How Often Should You Wash Everything in Your Home According to Science
Cleanliness can be somewhat subjective: some folks wear things once and feel compelled to wash them, while others wear them five times before exposing them to some kind of soap. But when it comes to cleaning your home, there are some standards to consider, if only for your health’s sake.
If you saw what lived on your surfaces under a microscope, your skin might crawl: Teeny tiny bacteria and microbes consisting of viruses, soil, fungi, bacteria, animal dander, pollen, sweat, excretions and skin cells all invade your spaces on a regular basis. According to research in Popular Science, the life span of a germ varies greatly depending on the bacteria and the surface. E. coli (intestinal bacteria that can make you sick) can live for a few hours to a full day, while the calicivirus (a.k.a. the stomach flu) can live for days or weeks. So how often should you clean your tub, or wipe down your toilet or change your sheets, before they become something of a biohazard? Probably more often than you think.
TRY THIS SCIENCE-BACKED CLEANING SCHEDULE
We asked two experts, Jason Tetro, microbiologist, visiting scientist at the University of Guelph and author of The Germ Code and The Germ Files, and Becky Rapinchuk, a cleaning expert, and author of the books Simply Clean and The Organically Clean Home, for their advice.
HOW OFTEN SHOULD YOU…
CHANGE THE SHEETS?
Once a week — two at the most. Though most bacteria on sheets is environmental (like dust) and mostly harmless, the bacteria and fungi, along with the dirt and oils sloughed off during sleep, can cling to sheets and your skin, contributing to acne and dandruff. To keep your bed clean, change your sheets once a week (as Rapinchuk recommends), or a minimum of every two weeks (as Tetro recommends), and wash them in hot water.
DISINFECT THE SINKS?
Every day. Even if they look clean, sinks can get really gross — Tetro says the bathroom sink accumulates fecal matter (from washing your hands after you use the bathroom). Also, bacteria from food, like E.Coli and Salmonella, can contaminate the kitchen sink, especially if you’ve been handling raw meat. When water splashes back up onto your hands, they’re contaminated, too. To stay on the safe side, wipe down your sinks daily.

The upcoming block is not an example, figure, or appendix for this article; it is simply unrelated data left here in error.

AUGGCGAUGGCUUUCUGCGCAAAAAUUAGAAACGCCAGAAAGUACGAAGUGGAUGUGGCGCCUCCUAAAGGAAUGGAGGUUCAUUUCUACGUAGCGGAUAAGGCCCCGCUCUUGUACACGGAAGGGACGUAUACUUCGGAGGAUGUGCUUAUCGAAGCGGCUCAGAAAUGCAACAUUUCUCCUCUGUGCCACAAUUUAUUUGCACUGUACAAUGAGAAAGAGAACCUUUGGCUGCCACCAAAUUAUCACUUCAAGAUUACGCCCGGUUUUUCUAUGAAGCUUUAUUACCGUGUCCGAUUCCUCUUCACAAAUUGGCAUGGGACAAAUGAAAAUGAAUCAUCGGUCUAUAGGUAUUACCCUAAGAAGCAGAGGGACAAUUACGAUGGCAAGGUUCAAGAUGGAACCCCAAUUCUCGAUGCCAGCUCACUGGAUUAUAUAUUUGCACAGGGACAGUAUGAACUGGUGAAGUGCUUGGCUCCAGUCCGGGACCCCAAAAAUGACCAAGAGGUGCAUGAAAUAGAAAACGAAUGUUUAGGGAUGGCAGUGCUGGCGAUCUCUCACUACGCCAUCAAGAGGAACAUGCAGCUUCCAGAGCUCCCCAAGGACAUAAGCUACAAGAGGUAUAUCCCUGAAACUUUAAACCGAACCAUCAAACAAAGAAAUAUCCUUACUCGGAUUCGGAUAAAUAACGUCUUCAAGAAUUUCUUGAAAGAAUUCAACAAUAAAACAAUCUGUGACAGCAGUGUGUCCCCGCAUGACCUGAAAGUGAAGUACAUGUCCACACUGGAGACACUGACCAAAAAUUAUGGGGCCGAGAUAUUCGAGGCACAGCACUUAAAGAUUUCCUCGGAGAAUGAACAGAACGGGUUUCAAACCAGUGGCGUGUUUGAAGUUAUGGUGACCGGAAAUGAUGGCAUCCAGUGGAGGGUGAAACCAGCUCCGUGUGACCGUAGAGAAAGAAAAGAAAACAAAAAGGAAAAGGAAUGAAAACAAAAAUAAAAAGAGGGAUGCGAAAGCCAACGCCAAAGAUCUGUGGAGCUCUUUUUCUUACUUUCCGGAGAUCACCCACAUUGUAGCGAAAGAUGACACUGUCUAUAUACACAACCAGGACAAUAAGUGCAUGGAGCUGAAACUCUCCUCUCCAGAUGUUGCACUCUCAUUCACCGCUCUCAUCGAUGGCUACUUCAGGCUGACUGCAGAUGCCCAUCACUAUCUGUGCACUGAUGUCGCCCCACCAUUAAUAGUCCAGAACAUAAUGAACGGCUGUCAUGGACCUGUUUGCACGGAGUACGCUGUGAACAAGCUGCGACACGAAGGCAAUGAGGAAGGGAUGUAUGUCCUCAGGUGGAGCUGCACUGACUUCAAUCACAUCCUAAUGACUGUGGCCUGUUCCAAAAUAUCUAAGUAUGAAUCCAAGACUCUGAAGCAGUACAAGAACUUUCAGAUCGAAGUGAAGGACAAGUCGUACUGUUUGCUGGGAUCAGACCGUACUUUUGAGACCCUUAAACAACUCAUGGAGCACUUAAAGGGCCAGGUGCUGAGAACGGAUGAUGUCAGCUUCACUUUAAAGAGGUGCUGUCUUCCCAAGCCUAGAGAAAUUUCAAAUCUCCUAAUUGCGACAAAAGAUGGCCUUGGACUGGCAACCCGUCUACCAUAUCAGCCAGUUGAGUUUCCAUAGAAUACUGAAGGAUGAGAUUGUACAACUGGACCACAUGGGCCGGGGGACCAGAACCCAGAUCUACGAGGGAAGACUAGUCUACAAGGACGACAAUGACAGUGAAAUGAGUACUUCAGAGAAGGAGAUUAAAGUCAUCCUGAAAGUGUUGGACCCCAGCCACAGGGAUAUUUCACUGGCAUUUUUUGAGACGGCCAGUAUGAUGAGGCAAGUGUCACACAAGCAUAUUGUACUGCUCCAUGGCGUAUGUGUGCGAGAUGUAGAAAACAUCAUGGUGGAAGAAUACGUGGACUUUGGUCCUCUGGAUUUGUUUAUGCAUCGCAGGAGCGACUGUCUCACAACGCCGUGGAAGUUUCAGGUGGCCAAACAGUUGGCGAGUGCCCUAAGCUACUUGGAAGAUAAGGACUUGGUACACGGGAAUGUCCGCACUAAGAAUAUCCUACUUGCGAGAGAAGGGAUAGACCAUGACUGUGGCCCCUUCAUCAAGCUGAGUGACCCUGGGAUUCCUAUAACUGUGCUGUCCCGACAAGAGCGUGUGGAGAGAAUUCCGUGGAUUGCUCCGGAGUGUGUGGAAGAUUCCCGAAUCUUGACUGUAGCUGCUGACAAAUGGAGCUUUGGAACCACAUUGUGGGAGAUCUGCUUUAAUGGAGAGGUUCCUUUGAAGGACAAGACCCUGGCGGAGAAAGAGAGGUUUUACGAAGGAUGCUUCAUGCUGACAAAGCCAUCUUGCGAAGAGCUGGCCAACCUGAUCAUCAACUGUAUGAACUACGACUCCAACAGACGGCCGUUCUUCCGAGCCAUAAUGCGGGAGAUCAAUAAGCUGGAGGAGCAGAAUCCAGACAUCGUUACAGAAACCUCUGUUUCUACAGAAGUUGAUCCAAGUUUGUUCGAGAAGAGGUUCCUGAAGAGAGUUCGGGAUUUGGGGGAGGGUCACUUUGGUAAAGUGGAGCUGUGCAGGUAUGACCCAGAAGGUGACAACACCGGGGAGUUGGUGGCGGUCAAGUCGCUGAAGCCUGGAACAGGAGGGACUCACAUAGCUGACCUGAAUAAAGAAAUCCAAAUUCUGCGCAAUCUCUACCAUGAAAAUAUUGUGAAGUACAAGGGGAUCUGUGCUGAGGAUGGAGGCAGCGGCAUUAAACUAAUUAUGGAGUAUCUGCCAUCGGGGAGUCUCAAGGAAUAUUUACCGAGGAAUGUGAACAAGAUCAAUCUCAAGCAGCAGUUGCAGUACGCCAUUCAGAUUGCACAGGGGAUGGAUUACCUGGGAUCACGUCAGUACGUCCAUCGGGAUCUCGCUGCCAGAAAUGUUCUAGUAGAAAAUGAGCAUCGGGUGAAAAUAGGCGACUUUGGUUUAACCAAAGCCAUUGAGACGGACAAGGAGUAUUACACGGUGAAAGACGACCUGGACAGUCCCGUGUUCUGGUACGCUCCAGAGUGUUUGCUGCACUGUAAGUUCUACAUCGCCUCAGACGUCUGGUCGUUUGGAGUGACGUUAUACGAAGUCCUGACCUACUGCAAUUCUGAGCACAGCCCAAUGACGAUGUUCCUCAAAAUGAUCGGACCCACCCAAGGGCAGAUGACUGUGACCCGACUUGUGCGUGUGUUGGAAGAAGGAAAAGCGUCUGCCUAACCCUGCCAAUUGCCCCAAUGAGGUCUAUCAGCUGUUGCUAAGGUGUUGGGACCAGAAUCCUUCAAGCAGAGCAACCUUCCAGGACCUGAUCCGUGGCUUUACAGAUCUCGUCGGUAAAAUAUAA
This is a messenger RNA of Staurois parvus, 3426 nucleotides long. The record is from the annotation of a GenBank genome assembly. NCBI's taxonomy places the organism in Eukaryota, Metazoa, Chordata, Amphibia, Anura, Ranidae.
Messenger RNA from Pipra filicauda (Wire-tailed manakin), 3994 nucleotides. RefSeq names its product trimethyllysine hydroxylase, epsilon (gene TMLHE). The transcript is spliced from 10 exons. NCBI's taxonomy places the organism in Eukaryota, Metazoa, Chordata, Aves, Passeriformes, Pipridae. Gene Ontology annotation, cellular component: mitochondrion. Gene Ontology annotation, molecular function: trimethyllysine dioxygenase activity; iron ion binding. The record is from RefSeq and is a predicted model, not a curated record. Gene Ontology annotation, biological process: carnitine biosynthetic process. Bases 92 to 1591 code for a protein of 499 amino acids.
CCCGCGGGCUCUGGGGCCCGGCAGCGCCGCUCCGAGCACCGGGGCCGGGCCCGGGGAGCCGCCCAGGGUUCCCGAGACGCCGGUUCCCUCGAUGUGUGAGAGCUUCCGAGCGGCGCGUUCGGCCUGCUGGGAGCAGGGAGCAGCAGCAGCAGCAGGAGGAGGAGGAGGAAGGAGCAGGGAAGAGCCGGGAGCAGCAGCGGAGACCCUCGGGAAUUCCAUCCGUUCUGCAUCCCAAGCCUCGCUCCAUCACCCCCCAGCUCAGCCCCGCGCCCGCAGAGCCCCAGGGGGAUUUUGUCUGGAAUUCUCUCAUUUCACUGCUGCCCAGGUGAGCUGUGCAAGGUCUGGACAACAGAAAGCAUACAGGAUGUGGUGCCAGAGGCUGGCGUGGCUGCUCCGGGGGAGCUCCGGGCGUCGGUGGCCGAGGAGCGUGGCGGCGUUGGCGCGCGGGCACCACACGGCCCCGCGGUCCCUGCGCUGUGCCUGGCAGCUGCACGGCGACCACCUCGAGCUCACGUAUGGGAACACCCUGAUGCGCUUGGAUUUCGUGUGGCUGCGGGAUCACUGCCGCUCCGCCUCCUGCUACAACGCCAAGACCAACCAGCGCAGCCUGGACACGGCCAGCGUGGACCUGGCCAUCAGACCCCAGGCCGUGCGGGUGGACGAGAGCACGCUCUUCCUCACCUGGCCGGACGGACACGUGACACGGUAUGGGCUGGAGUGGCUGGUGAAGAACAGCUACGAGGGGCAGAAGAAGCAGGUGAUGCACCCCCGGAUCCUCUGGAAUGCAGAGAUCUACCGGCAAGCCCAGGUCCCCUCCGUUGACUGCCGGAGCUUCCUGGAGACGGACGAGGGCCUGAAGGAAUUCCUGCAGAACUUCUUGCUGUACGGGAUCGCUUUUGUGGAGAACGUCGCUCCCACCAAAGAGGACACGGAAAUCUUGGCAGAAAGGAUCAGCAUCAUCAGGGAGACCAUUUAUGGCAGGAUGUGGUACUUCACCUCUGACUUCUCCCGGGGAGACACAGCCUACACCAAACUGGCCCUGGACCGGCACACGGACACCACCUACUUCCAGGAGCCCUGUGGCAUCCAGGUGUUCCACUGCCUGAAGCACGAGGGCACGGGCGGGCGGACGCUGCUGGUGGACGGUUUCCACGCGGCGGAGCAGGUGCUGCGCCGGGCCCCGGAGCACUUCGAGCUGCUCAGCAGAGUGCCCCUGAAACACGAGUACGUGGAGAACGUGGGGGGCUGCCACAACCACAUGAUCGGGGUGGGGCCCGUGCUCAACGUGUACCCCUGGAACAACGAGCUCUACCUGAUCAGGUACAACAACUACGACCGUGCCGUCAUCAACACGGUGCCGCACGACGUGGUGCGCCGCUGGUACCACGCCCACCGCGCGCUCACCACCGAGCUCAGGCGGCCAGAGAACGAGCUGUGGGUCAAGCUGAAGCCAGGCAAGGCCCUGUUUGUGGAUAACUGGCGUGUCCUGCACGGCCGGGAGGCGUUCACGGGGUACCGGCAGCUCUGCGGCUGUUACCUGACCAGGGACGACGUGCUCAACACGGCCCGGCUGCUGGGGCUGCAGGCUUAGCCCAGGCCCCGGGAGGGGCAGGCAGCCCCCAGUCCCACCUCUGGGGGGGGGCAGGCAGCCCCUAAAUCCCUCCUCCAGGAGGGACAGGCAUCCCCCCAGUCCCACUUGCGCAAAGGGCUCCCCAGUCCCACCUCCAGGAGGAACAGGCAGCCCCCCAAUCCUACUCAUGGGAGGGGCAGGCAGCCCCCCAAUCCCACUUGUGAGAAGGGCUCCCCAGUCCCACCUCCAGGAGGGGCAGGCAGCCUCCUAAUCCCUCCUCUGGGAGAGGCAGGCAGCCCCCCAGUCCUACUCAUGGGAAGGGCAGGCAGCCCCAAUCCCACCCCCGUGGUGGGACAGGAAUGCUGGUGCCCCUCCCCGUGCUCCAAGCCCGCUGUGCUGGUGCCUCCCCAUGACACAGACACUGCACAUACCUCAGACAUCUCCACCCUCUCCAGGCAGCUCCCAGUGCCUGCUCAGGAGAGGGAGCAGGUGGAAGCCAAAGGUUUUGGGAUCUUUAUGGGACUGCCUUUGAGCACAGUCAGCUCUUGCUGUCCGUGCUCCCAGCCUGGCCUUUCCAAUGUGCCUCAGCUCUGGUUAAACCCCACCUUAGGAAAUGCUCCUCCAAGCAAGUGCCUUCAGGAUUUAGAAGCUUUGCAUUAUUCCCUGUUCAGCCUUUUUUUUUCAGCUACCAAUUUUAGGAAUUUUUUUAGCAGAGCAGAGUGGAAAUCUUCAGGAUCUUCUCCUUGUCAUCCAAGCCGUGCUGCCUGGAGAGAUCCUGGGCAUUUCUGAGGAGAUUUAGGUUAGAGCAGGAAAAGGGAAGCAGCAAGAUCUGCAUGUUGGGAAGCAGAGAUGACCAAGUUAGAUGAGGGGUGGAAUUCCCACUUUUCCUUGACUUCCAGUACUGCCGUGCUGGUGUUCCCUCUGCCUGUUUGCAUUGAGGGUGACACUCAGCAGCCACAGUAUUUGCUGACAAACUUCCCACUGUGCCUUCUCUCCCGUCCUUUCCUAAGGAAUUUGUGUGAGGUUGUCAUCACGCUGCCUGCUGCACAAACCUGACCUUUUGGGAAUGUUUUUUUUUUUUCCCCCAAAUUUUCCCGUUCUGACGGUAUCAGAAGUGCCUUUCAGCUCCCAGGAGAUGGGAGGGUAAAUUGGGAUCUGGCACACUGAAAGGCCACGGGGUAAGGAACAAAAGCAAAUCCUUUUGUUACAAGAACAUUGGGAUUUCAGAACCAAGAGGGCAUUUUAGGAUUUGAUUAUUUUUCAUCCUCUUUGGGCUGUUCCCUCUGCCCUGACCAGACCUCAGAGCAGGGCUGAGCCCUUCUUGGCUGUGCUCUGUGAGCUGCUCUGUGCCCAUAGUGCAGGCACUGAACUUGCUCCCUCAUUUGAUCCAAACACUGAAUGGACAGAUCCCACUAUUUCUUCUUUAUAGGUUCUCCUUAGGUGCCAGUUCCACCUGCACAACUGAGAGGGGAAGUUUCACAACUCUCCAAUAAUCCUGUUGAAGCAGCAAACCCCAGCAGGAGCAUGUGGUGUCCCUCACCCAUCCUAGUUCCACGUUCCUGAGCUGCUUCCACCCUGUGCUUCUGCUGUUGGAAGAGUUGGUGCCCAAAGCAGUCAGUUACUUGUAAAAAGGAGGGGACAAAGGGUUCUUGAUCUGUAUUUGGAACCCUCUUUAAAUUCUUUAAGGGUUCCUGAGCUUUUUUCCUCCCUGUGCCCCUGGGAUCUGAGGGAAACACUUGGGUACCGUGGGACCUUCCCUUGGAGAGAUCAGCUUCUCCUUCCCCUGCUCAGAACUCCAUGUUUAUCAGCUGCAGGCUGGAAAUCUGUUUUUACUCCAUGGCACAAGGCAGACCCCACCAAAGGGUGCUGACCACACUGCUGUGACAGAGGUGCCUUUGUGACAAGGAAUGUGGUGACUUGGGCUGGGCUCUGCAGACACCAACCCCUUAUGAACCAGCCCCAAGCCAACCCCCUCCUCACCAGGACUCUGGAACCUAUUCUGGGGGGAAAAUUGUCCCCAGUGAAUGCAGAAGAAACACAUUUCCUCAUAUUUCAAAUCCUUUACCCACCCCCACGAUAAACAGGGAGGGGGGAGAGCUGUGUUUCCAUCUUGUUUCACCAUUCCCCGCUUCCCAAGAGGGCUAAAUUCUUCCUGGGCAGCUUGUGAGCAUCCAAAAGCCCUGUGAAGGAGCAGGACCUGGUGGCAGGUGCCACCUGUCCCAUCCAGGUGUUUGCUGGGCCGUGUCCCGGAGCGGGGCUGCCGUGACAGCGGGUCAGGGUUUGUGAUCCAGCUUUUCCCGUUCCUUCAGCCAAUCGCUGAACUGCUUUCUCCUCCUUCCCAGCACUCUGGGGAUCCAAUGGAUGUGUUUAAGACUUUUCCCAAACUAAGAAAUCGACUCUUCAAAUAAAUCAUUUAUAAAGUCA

VACUUM RUGS AND WASH FLOORS?
One to two weeks. Rugs should be vacuumed weekly (more often if you have pets) to keep dust, dirt and allergens at bay. Give floors a good wash or steam once every couple of weeks, says Tetro. You might want to wash your kitchen floors a little more often, due to food bacteria that can spread around
WIPE DOWN THE BATHROOM?
Once a week at least. Tetro says your bathroom is the ultimate bacteria host; E.coli can be found within six feet of the toilet and in the sink. To keep it at bay, disinfect the toilet and sink at least once weekly, and the bathtub every two weeks — more if you shower often. Your shower curtains should be disinfected weekly to avoid mildew, which can cause skin, eye and throat irritation in some people.
SWAP OUT TOWELS?
It depends on the room. Bath towels become loaded with bacteria (including staph and fecal) and if your towel doesn’t fully dry, that bacteria can grow. Plus, dandruff-causing fungi can also grow in them, Rapinchuk recommends swapping out bath towels every other day. Your kitchen towels collect bacteria every time you handle food and wash your hands. Tetro recommends washing those weekly, unless you handled raw meat. In that case, wash the towel immediately.
SWAP OUT SPONGES?
Every few days. Your kitchen sponge gets awfully germy, with billions of bacteria on every square inch, says Tetro. But don’t get freaked out — most of the bacteria isn’t harmful. Because washing sponges with soap and water doesn’t really work, Tetro recommends dropping them into boiling water for 2 minutes, putting them in the microwave for 2 minutes while damp every couple of days, and replacing them when they deteriorate.
WIPE DOWN DOORKNOBS?
Once a week (in some rooms). Though doorknobs accumulate a lot of bacteria, they need only need to be washed infrequently, says Rapinchuk. However, doorknobs in the bathroom and the kitchen are bound to catch a lot more bacteria, so disinfecting them at least once a week might be a good idea, especially if there’s an illness in the house.
Does all this cleaning seem daunting? If you can’t seem to keep up, do your best.
Source – NBC News